John Clark writes…
First published: May 2013 – Gazette & Herald
I enjoy canvassing. Despite the occasional abuse most people appreciate their candidate talking and listening to them. The numerous offers of coffee are much appreciated. In order to represent people effectively a councillor needs to know their electorate, their problems and concerns.
The biggest issue in this campaign brings a massive split in the Pickering community. In thirty years of canvassing I have never seen such a split. Many people support the ConDem view that benefit claimants are ‘skivers’ and on the fiddle. “All benefits should be cut or removed”. Others are in disbelief or receiving the benefit cuts. A working couple with young children had moved from a small flat to a three bedroom house. Hard work has tidied the garden and decorated the house. Their housing benefit has been cut – the bedroom tax. Do they move? What happens in a few years time when they will need three bedrooms? Do they move back? What a brutal and derisive policy. I expect this from the Tories but the LibDems should be ashamed of themselves. Others with serious medical conditions are being questioned by Atos, the government agency. A doctor is sent round. A brief examination is followed by the doctor declaring: “this has been a complete waste of my time, qualifications and travel”. That hasn’t saved any money and how much did it all cost?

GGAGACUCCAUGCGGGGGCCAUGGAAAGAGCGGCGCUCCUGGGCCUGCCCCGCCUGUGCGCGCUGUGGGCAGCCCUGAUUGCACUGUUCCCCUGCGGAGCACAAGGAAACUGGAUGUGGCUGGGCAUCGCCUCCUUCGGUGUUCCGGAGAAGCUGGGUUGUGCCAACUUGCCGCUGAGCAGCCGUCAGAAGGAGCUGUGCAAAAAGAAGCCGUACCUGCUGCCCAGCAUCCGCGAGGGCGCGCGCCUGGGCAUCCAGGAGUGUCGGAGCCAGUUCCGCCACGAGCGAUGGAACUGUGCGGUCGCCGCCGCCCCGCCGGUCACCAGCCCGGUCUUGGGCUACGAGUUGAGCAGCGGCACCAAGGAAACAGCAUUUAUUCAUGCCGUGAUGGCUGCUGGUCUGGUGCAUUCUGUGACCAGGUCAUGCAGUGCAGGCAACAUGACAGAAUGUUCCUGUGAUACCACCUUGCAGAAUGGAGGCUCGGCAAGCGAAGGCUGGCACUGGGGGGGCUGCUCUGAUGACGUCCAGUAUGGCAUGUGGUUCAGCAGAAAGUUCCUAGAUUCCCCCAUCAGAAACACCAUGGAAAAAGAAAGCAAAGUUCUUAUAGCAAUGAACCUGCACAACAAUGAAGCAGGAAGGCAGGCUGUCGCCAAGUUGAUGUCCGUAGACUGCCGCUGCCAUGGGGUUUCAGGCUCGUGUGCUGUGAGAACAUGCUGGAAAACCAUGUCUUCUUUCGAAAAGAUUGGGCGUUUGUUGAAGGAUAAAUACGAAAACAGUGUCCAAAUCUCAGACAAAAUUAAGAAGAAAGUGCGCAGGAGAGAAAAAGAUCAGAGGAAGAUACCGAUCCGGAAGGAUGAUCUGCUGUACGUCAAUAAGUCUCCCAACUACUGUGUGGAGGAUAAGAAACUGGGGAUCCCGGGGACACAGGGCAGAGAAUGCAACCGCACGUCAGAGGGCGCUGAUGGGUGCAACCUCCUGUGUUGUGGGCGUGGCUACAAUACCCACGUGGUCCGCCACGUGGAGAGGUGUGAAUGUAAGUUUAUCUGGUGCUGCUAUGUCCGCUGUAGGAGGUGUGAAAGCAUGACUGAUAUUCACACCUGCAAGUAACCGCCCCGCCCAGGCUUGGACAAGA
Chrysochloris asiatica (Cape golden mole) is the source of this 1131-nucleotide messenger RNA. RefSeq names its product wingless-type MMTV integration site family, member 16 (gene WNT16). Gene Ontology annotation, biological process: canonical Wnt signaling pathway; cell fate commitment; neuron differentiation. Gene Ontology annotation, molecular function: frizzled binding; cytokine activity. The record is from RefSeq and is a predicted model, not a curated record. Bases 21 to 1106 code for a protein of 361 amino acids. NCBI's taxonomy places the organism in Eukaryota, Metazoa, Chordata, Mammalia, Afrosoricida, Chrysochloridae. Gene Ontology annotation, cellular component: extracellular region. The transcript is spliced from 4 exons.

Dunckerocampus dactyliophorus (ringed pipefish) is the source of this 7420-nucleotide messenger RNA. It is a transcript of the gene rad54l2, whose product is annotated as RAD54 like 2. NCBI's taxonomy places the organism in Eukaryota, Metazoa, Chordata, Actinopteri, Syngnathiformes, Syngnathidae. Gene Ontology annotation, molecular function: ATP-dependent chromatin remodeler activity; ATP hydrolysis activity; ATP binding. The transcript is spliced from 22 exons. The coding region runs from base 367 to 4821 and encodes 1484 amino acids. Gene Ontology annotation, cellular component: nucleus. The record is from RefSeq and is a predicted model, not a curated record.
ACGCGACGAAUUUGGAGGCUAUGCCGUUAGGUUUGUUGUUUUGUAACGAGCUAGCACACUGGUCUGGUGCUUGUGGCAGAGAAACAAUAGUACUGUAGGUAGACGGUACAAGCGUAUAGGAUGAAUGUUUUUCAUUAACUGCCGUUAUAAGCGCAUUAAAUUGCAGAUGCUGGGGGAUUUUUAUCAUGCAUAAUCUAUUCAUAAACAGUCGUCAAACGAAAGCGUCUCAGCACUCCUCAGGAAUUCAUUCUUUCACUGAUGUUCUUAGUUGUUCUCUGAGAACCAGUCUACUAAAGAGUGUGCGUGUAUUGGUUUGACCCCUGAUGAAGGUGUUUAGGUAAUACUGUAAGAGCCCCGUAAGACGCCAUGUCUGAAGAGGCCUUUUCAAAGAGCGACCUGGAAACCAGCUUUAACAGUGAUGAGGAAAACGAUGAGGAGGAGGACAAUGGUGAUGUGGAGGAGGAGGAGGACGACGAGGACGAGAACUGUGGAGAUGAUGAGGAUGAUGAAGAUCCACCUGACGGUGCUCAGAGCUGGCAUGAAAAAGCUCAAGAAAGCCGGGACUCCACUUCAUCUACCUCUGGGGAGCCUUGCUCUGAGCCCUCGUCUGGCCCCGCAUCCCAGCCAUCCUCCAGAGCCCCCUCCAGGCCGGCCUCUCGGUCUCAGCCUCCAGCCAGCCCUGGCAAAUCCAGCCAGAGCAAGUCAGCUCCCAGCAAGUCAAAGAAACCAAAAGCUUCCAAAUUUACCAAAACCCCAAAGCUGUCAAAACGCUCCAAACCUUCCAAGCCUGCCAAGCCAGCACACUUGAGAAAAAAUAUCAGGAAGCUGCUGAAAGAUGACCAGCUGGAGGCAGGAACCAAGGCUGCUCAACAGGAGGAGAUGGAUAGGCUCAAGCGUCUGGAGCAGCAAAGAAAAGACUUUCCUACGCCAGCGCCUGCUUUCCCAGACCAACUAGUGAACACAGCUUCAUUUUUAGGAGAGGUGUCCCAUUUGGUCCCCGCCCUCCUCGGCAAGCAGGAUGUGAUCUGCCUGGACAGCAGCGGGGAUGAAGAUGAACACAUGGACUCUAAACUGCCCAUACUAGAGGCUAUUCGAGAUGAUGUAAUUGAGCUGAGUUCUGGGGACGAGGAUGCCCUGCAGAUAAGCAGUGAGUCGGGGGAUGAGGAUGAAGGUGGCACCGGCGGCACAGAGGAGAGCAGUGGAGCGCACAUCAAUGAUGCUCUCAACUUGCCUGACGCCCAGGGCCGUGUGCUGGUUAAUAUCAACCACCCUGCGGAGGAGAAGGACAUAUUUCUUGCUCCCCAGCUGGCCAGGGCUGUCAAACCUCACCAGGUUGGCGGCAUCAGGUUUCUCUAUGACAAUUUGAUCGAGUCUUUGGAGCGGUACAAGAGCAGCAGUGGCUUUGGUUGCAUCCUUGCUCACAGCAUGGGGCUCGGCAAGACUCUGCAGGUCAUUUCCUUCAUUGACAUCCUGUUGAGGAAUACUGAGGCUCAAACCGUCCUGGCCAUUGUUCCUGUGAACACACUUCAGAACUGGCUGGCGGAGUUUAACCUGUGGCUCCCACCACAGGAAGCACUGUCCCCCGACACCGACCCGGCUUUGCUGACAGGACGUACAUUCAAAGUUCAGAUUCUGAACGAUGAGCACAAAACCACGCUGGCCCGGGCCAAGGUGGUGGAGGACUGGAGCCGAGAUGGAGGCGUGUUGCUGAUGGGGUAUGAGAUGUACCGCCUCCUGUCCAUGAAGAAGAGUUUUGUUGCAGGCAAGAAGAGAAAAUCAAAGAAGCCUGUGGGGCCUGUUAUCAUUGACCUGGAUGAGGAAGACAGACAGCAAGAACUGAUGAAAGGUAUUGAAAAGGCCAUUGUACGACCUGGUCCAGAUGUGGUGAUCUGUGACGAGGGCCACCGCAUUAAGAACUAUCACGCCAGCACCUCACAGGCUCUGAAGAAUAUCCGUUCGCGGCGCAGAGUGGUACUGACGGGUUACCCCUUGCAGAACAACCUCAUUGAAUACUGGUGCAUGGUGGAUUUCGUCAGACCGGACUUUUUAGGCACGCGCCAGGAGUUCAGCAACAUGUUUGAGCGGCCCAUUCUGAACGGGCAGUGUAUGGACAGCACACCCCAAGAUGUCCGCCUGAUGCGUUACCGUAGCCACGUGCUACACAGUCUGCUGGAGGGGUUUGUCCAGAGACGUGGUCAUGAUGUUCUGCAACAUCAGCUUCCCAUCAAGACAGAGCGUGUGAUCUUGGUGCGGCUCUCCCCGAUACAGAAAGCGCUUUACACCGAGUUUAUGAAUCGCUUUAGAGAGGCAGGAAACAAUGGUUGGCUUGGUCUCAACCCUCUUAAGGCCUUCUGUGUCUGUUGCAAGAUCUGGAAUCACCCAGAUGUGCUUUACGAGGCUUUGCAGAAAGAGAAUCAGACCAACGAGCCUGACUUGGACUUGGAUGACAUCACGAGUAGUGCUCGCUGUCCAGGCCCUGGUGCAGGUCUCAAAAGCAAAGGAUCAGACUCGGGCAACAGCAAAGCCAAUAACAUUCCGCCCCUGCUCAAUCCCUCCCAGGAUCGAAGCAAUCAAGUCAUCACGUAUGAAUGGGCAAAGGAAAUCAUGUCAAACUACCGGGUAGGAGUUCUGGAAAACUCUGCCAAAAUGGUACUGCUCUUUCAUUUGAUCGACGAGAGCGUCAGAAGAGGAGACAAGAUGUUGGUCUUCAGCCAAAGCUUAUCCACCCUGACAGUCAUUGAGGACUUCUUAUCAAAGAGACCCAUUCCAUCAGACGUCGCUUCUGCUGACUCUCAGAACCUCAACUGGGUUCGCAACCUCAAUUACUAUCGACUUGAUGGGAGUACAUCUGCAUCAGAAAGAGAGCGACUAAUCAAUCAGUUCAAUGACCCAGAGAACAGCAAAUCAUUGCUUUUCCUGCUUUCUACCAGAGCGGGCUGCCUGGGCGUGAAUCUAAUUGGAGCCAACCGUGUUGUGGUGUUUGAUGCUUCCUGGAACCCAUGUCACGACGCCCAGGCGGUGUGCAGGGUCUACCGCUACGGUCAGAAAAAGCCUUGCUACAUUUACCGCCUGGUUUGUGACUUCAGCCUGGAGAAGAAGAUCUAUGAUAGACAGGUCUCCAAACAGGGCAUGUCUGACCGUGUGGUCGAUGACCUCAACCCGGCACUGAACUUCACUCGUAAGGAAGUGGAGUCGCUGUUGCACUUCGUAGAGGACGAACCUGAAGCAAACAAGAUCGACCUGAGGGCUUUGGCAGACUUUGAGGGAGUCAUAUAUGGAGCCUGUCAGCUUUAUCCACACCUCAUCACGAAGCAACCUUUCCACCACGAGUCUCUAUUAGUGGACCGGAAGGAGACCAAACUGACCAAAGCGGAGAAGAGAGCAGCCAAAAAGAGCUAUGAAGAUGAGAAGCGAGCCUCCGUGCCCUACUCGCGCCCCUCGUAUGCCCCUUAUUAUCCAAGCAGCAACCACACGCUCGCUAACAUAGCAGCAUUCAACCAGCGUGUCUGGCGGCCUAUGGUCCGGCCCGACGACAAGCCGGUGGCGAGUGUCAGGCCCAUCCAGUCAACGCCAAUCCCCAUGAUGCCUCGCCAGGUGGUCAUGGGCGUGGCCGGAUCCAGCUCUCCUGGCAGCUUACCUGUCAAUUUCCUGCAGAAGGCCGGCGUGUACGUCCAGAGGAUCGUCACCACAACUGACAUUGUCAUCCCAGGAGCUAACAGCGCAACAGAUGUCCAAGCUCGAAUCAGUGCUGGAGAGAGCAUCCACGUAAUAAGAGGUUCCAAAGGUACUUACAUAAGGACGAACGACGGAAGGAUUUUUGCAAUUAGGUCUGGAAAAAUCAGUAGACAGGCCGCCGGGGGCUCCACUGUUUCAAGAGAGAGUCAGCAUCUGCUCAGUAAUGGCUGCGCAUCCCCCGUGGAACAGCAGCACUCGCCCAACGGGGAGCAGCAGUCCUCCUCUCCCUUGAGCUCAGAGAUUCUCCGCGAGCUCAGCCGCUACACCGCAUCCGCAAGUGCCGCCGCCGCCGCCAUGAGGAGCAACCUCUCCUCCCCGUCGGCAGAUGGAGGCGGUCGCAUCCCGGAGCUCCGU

My understanding is that there is less than 1% fraud of welfare benefits. Of course fraud is wrong but the cost of trying to reduce it further is likely to be more than it saves. None of this justifies the stigmatization of all benefits claimants and the likely cost to them.
Every ‘striver’ is one event away from becoming a ‘skiver’; a car accident, major illness or even a redundancy notice. Mrs Thatcher created this kind this kind of division; in her case it was whole communities. People who are on the end of the ‘benefits stick’ are isolated and have no means of working together against this oppression.
This divided society provides a wonderful ground for right wing politicians to thrive.
Other reactions on the doorstep are nearly as concerning. In the Gazette and Herald last year I described canvassing in Harrogate: “You are all the same”, “All in it for your own gain”, “You are all liars”, “It doesn’t make any difference who gets in”, “I’ll vote BNP to get rid of all of you”.
In Ryedale in these elections the comments have been very similar. This time instead of threatening to vote BNP many took the opportunity to vote UKIP.
The influence of UKIP and the ‘popularity’ of the ‘benefits stick’ will encourage all the major parties to move to the right. This move to the right will cause even further pain for the hard working but low paid, the vulnerable, the poor, the elderly and the young. These people need a voice. If this voice does not come from the left of politics then the politicians in power will continue with the carnage they have started.